Hiking Poles versus Sticks That Are Lying About On The Ground (STALAGs)

It seems to me that we have two kinds of hiker.  One uses manufactured Hiking Poles while the other prefers Sticks That Are Lying About On The Ground (or STALAG for short).

I fall into the second category.  I’ve tried Hiking Poles twice and was disappointed twice.  The first time I was wading up-hill through a snow drift when one of the poles buckled and bent itself out of shape, fat lot of use that was.

The second time almost exactly the same thing happened, this time in thick, gooey mud, and both sticks ended up bent out of shape and later dumped into a rubbish bin near Cromer beach.

My hiking stick in the Pyrenees
My hiking stick in the Pyrenees

I’ve not suffered the same disappointment with STALAG poles though.

When I went hiking in the Pyrenees last summer I spent quite a lot of time just sitting about whittling and carving my hiking stick.

I found my hiking stick in a wood, pulled it out from the undergrowth and broke, and then cut, it down to size.

I found the effort of working the wood to be very calming and satisfying, a nice way to spend some time when resting during or after a days walking.

You can see the stick in the picture on the left.

There are a number of (probably spurious) reasons why, in my experience, Sticks That Are Lying About On The Ground are superior to hiking poles.

So, what are the pros and cons of STALAGs?


1) Quite quick to find, usually lying about the place waiting to be picked up.

Sticks That Are Lying About On The Ground
Sticks That Are Lying About On The Ground (photo by Ednl)

2) Easily to adjust. Break the stick down until the correct length is found, use a knife for precision

3) STALAGs are free!

4) No extra cost when you want to upgrade to the next model

5) Fun and relaxing. Spend time whittling and crafting designs on your stick, make it uniquely yours.

6) Protection from vicious looking dogs and other beasties (and possibly hoodlums). Yes, a hiking pole waved vigorously about might just discourage a dog. On the other hand, a thumping great five foot long STALAG will definitely give the mutt cause to think twice before tearing a chunk out of your leg.

7) AikidoGreat for aspiring Ninjas or Aikido practioners, keep your moves sharp and fluid while hiking down the trail

8) Eco-friendly: 100% recyclable, no fossil fuels used

9) Easily replaceable if lost or broken

10) Can be used for firewood in desperate situations

11) You don’t look like a lost skier


1) STALAGS are generally a tiny bit heavier than hiking poles

2) You could be mistaken for Gandalf

3) Er…that’s about it

So there you go, a rigorous  scientific examination of hiking poles versus Sticks That Are Lying About On The Ground.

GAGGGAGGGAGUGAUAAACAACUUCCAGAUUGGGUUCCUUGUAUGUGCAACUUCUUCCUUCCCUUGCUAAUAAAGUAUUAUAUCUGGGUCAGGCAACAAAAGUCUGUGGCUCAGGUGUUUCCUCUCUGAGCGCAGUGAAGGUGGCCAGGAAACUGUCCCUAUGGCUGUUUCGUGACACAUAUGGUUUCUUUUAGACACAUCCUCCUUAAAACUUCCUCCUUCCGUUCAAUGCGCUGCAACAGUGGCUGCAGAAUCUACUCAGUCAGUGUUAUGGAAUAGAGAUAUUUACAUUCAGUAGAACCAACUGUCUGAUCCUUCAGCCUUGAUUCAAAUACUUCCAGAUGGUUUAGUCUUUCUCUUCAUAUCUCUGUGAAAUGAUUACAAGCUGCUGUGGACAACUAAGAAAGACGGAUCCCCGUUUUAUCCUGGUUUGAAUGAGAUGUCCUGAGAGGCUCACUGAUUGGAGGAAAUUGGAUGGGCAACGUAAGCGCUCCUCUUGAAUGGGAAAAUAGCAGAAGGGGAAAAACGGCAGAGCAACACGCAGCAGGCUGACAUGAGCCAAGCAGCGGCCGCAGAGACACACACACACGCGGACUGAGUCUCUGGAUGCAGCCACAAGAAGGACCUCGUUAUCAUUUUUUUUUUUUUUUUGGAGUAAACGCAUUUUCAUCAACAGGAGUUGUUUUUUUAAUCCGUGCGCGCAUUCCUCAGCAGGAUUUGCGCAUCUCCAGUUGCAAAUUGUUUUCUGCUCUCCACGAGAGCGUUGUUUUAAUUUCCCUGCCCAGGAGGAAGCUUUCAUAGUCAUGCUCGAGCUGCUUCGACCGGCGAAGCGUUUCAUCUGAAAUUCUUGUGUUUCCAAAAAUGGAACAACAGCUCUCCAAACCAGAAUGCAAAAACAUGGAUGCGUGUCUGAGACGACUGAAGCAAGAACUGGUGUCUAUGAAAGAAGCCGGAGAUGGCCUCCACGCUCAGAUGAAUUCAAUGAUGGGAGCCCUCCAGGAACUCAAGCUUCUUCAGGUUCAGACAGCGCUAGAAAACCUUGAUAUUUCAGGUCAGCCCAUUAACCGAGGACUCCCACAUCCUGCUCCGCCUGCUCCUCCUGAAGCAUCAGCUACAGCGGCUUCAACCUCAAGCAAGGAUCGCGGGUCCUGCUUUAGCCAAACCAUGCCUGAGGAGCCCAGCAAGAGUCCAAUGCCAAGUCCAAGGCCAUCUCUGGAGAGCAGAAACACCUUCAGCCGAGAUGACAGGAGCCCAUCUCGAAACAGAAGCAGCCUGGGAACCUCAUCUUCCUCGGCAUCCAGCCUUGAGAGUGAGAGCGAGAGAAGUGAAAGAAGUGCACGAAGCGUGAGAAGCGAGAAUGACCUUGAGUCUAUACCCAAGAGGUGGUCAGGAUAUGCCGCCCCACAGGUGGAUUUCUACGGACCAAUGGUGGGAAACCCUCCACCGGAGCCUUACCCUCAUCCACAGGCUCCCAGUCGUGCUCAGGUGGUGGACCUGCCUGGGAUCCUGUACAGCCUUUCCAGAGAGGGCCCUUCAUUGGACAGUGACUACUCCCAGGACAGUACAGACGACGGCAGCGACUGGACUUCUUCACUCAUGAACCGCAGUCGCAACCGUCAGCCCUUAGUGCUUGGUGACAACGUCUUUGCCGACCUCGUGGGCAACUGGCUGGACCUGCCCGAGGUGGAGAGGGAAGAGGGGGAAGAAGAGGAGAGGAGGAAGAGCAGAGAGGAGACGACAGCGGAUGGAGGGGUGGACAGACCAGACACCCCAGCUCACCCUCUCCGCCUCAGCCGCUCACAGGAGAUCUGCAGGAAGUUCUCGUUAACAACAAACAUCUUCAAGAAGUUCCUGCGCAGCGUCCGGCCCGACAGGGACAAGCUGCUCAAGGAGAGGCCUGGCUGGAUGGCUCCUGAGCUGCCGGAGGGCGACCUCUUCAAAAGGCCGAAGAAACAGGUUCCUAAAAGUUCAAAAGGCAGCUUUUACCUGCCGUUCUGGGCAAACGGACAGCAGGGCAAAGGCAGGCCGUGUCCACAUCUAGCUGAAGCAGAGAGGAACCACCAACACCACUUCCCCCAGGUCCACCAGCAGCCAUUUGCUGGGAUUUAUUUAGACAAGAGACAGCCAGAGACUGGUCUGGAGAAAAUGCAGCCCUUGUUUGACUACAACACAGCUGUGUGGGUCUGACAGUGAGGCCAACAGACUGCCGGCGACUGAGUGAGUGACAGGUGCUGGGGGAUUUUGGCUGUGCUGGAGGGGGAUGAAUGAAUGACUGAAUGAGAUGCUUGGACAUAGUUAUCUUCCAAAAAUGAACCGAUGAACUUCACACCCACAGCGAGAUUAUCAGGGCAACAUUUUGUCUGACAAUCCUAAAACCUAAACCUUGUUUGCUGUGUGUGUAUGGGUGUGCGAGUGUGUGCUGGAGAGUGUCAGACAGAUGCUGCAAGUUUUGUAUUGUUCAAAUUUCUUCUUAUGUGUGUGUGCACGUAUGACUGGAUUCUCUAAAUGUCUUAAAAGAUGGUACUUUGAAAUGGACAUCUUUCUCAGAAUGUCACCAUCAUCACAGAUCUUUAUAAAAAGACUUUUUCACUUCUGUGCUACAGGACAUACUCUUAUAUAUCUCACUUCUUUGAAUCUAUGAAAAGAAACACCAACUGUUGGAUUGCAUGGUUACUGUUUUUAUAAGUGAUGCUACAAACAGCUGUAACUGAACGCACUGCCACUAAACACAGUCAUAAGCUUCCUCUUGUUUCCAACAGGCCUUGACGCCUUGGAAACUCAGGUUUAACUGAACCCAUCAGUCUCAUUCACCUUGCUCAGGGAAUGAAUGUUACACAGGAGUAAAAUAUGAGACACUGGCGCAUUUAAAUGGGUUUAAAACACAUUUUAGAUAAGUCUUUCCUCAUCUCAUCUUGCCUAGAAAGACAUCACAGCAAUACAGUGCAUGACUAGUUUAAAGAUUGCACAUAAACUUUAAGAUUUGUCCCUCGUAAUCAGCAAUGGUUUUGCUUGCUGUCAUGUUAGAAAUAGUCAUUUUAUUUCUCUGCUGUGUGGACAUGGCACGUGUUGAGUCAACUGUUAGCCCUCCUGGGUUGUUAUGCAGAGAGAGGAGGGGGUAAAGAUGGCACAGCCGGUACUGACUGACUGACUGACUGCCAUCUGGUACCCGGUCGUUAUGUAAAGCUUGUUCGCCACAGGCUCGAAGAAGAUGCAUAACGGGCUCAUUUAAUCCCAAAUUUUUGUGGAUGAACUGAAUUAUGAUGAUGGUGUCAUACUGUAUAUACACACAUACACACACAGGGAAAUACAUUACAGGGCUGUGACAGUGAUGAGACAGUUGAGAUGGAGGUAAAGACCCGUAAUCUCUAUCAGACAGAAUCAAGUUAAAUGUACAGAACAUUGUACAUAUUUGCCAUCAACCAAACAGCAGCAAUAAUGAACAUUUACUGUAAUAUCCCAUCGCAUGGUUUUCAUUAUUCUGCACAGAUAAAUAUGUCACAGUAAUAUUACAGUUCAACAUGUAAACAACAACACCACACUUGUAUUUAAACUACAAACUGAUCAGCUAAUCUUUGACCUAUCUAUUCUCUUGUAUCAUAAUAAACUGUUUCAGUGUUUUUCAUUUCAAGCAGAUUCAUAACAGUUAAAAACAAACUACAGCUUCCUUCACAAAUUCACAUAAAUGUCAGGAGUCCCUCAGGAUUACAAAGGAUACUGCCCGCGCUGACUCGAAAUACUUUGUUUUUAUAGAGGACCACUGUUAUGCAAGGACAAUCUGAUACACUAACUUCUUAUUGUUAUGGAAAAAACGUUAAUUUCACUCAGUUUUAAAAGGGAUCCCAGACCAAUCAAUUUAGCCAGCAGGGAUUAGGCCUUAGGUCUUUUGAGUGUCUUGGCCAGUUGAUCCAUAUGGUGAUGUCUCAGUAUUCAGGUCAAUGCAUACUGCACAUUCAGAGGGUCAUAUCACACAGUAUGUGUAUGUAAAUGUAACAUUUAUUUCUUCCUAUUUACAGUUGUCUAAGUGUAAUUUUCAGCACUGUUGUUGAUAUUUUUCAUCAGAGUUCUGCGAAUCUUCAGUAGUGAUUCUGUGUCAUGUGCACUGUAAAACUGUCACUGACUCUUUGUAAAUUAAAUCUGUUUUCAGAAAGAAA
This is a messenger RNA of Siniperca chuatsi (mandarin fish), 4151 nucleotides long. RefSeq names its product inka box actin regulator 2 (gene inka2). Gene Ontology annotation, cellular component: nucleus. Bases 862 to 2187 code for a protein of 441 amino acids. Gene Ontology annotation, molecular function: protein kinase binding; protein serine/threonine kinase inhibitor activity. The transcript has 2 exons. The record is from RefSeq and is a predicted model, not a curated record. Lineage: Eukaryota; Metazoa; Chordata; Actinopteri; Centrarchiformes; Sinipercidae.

What do you use and why?

8 thoughts on “Hiking Poles versus Sticks That Are Lying About On The Ground (STALAGs)

  1. Better to cut a green stick. Still free, but less likely to snap on you. I carry trekking pole and a staff alike. Rigging my tarp can use both…

    Advantage of trek poles is they weigh nothing at all.

    Sticks are holy.

  2. Nice post and I particularly enjoyed reason 6. I’ve actually had to do this and not having my proper poles with me ( I was orienteering and they tend to get in the way) I was forced to resort to a STALAG to beat the savage mutt to death. However, in this situation the weight of a STALAG does mean that the efficiency and speed of the clubbing action is retarded, thereby exposing the operator to additional canine attack risk. So in short, it’s the usual trade off between cheap, heavy, “does what it says on the tin” functionality and the more expensive lightweight and agile option.

    1. Yes, you’re right it is a balance but the weight of the STALAG in my hand when confronted with possibly dangerous doggie is reassuring compared to the featherweight touch of a metal pole.

  3. Only advantage with sticks is you don’t have to pay extra to put your poles in the hold when travelling abroad on cheapo airlines.

  4. Assuming there is a convenient source of green wood nearby 🙂 then wood sticks are good. It’s interesting that I always felt like a plonker when you finf yourself in a big town with a large wooden pole!

  5. Haha, I do like this comparison. Personally I have collapsible trekking poles as they weigh pretty much nothing but I do like a good stick sometimes too. It is one of my life ambitions to whittle a virgin STALAG into a usable and personalised walking stick for when all this walking finally pops my knees out of my legs for good.

Leave a Reply

Your email address will not be published. Required fields are marked *